An Egyptian worker at a construction site in Milan, Italy (archival photo) | Photo: ANSA/Daniel Zennaro
An Egyptian worker at a construction site in Milan, Italy (archival photo) | Photo: ANSA/Daniel Zennaro

A guide by the Italian government seeks to help migrants avoid labor exploitation. The document explains what rights foreign workers have in Italy, and where to find help if their employer is exploiting them.

What rights do foreign workers have in Italy? What does labor exploitation entail?

The Italian government released a short guide on this on their Integrazione Migranti (Integration Migrants) website last week, which also explains where migrants can find help if they think they are being exploited at their work.

The guide explains that foreign workers have the same labor rights as Italian workers: health and security on the job; equal opportunities between men and women; protection against any type of discrimination; the right to a just and adequate salary; the right to reconcile work and family life; the right to rest and to become (or not to become) a member of a union.

Foreign workers also enjoy all the rights listed in their job contract or the national or territorial collective contract concerning their job sector.

During a selection process, a potential employer is not allowed to ask questions on political and religious opinions, pregnancy or seropositivity, civil status or family status (principle of non-discrimination).

How many hours is one allowed to work?

The standard working week is 40 hours but collective labor contracts, at a national or sectorial level, are the reference; overtime work is possible but must be limited. The worker has a right to eleven consecutive hours of rest every 24 hours and a period of rest of at least 24 consecutive hours, usually on Sunday, every seven days. Annual vacations must last at least four weeks and are indispensable.

What is labor exploitation?

According to Italian legislation, labor exploitation exists when there are issues like a salary that is below national standards and unfair compared to working hours; recurrent overtime or no weekly rest, no paid annual holidays and/or no paid sick leave; the systematic violation of security and health on the job; the use of degrading methods of surveillance of the worker.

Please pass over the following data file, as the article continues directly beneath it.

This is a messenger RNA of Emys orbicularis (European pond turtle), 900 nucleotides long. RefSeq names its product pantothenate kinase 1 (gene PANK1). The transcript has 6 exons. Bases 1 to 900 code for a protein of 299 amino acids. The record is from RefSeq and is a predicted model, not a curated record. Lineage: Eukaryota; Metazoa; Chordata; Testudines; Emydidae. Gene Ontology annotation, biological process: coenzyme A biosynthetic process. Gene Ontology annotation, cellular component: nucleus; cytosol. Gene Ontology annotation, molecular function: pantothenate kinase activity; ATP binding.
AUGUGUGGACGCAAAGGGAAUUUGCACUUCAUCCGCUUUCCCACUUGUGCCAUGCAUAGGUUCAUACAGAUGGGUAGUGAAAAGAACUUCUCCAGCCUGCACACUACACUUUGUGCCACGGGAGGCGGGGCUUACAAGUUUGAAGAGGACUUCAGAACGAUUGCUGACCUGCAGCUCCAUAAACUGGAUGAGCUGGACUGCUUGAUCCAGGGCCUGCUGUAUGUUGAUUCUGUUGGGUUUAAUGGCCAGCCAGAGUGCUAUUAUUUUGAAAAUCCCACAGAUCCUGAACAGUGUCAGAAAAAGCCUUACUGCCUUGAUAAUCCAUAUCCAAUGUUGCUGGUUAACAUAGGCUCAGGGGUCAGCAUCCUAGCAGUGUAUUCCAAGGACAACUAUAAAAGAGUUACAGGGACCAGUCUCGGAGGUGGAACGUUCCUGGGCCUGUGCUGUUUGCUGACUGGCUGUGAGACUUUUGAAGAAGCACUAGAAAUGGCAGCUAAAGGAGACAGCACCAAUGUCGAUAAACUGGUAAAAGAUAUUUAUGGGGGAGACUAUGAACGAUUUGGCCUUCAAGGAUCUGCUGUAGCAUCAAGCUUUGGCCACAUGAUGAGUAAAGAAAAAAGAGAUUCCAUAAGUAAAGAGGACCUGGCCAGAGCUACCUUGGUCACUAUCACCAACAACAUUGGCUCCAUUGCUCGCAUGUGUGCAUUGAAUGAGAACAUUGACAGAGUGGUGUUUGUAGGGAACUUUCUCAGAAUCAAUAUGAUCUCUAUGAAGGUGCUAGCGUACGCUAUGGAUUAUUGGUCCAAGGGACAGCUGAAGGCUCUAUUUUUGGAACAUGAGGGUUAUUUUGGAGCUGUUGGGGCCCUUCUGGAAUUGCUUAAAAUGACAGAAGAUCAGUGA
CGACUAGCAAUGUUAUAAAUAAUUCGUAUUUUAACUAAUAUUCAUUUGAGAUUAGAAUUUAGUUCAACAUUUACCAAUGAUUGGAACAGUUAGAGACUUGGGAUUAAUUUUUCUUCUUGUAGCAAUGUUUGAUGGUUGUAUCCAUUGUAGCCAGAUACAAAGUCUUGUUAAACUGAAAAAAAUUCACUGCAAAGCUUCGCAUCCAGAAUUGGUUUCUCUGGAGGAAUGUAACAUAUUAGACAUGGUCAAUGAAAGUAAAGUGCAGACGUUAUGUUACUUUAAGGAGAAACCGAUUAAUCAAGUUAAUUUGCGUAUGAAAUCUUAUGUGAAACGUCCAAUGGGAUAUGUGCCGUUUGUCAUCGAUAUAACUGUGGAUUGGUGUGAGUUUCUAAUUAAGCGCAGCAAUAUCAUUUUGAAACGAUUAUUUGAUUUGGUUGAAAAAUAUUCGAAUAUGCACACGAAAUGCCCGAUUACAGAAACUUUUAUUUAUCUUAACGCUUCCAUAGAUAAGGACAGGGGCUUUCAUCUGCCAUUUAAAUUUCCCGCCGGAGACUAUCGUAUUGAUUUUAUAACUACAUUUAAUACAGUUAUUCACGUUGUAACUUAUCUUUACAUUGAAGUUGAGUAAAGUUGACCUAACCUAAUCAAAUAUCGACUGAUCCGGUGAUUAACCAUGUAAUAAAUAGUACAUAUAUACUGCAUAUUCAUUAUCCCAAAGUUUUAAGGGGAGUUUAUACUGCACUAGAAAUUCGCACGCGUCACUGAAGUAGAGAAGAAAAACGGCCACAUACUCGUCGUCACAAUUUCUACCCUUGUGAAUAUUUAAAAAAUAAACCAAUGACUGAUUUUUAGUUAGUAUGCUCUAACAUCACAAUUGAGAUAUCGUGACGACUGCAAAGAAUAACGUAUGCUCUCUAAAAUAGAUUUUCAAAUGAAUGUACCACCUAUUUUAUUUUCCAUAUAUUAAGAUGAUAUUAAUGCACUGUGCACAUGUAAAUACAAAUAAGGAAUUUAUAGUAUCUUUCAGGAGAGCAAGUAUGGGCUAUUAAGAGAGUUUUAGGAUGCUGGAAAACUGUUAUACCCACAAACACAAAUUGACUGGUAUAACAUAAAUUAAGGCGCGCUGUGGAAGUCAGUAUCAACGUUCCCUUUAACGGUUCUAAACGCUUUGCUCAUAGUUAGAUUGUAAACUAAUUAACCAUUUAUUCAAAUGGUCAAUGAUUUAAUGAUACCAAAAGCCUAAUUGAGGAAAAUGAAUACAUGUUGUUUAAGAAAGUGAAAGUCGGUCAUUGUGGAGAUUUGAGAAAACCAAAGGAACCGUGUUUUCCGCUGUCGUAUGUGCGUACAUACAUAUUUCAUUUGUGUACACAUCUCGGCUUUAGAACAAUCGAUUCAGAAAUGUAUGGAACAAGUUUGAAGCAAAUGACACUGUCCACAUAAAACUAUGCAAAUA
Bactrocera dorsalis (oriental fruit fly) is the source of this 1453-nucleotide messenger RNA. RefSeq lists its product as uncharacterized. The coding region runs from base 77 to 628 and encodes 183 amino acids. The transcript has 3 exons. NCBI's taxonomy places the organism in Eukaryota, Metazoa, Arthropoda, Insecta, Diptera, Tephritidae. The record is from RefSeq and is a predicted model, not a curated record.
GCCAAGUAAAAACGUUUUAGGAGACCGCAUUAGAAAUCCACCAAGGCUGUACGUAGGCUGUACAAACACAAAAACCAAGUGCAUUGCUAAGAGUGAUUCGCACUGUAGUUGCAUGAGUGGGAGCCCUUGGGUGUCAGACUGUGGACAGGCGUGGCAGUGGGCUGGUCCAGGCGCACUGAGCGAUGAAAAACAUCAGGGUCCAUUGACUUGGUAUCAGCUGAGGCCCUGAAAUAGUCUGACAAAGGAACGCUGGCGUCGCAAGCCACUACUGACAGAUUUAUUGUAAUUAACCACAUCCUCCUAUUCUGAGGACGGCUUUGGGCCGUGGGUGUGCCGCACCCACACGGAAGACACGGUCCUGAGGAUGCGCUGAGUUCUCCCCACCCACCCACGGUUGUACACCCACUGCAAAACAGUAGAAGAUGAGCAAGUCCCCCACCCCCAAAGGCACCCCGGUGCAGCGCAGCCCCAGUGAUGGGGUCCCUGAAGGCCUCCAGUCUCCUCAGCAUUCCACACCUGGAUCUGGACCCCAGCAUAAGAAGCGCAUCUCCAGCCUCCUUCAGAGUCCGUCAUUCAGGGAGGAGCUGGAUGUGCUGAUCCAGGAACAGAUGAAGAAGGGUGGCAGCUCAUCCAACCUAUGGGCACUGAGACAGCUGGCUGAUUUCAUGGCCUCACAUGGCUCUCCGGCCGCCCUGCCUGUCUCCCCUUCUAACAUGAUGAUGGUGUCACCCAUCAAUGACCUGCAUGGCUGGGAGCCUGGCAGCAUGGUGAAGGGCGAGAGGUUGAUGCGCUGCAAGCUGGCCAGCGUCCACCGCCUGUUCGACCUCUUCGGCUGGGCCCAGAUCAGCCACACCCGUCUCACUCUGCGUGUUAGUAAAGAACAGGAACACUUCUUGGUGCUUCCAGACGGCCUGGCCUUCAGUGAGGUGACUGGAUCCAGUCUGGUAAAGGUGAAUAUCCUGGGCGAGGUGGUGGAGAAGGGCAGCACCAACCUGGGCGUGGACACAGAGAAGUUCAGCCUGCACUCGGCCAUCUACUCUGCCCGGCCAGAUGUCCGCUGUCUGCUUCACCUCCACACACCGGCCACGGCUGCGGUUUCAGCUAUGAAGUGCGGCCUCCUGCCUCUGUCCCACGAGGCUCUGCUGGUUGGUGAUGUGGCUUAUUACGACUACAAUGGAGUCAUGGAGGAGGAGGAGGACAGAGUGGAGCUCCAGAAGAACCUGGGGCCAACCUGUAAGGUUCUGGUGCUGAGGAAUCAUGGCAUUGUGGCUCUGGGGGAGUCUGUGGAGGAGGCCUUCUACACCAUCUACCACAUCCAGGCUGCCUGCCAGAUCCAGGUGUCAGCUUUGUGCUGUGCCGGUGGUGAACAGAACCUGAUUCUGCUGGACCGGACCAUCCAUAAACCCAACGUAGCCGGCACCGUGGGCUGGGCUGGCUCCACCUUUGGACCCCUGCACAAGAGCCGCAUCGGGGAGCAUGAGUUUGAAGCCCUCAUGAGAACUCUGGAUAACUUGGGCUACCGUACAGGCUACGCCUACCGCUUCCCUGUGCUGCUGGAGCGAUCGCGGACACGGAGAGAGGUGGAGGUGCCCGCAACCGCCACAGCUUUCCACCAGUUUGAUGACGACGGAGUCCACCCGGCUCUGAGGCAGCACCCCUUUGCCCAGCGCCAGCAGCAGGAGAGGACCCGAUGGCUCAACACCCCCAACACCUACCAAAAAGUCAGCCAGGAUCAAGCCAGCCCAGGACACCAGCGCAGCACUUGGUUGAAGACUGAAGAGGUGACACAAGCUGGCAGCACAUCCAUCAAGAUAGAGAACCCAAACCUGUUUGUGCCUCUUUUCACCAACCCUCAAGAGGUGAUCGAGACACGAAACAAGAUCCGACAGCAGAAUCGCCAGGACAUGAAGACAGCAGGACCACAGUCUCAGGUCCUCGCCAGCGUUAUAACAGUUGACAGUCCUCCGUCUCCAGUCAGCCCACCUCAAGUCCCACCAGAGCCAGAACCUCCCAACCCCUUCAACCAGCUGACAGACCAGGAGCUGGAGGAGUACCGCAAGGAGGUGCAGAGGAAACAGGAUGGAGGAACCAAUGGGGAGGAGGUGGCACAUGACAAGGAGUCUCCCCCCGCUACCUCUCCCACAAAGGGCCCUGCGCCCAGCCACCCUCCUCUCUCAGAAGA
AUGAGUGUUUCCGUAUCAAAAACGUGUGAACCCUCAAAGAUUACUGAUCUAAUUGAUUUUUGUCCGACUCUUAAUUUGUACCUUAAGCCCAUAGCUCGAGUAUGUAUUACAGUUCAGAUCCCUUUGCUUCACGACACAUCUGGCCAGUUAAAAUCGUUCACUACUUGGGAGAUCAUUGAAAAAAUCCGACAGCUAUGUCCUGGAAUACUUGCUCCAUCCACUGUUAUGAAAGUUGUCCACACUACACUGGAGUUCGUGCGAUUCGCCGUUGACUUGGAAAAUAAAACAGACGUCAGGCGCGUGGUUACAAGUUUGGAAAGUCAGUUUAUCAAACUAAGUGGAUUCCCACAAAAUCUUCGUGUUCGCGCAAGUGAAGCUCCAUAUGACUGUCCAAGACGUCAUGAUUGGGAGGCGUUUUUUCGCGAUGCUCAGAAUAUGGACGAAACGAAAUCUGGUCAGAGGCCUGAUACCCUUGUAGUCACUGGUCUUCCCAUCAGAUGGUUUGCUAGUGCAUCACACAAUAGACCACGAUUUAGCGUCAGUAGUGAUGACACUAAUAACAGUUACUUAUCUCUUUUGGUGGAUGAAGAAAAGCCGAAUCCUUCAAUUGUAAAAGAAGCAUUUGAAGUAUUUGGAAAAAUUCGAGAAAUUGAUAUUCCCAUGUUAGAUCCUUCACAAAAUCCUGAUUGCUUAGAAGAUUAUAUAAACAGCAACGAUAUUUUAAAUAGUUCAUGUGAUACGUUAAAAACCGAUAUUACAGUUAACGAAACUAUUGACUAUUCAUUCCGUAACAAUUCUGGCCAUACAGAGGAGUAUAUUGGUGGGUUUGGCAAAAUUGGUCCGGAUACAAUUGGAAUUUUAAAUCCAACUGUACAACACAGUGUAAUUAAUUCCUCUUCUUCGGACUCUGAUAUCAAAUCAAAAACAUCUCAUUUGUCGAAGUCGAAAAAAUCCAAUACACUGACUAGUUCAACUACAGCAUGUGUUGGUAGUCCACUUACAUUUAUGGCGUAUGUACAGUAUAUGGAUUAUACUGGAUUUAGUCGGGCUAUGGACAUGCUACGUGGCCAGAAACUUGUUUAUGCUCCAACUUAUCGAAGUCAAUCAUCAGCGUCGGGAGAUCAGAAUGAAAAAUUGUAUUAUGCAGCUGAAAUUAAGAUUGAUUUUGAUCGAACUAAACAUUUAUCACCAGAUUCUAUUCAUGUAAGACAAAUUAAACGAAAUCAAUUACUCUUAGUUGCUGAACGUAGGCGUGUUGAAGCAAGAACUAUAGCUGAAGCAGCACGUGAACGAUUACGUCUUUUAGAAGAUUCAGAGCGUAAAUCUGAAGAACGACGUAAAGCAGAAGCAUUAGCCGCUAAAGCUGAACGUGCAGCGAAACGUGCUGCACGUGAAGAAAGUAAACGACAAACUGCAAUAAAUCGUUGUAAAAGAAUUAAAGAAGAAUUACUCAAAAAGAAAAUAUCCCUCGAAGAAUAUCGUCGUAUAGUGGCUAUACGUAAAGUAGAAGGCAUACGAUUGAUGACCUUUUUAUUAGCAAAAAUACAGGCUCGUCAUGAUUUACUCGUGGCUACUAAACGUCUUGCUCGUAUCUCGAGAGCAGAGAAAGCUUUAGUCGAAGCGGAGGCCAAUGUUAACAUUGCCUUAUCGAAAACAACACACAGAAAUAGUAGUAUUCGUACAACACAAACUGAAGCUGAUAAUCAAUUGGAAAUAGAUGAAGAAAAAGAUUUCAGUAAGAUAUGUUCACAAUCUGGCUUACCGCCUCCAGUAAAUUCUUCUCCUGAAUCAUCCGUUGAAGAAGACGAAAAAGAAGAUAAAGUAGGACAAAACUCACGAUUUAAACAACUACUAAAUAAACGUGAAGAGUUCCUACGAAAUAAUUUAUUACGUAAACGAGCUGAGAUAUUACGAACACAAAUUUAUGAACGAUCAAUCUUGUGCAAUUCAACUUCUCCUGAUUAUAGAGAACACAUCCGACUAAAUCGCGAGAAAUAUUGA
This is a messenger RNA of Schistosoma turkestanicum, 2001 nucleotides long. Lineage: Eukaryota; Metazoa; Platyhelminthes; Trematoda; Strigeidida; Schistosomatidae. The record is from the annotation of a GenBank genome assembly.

Who can a worker contact when they suspect they are being exploited?

There is a widespread network of support, information and orientation across the national territory; it is possible to contact unions, associations of category, territorial services of the municipality of residence, as well as associations offering assistance and activities in favor of foreign citizens.

Who can a worker contact with questions or in an emergency?

Workers can call the national anti-trafficking hotline: +39 800 290 290.

The toll-free phone number is active 24 hours a day, every day of the year. The operators who answer the phone are linguistic-cultural mediators who speak English, Spanish, Albanian, Romanian, Russian, Moldovan, Ukrainian, Nigerian, Chinese, Polish, Portuguese and Arabic.

Workers who are being exploitated can also seek out help at the Inter-institutional desk against the gangmaster system (Helpdesk interistituzionale Anticaporalato):

This is their Facebook, people can call them at +39 800 939 000 or contact them on WhatsApp at +393509092008.

Inter-cultural mediators and operators provide a multilingual service (English, French, Arabic, Pidgin, Edo/Benin, Wolof, Mandinka, Fula, Pular and others that can be requested) on how to legalize a job, how to access territorial services and how to enroll in programs against labor exploitation.

They can be reached from Monday to Friday between 9.30 am and 6.30 pm.

 

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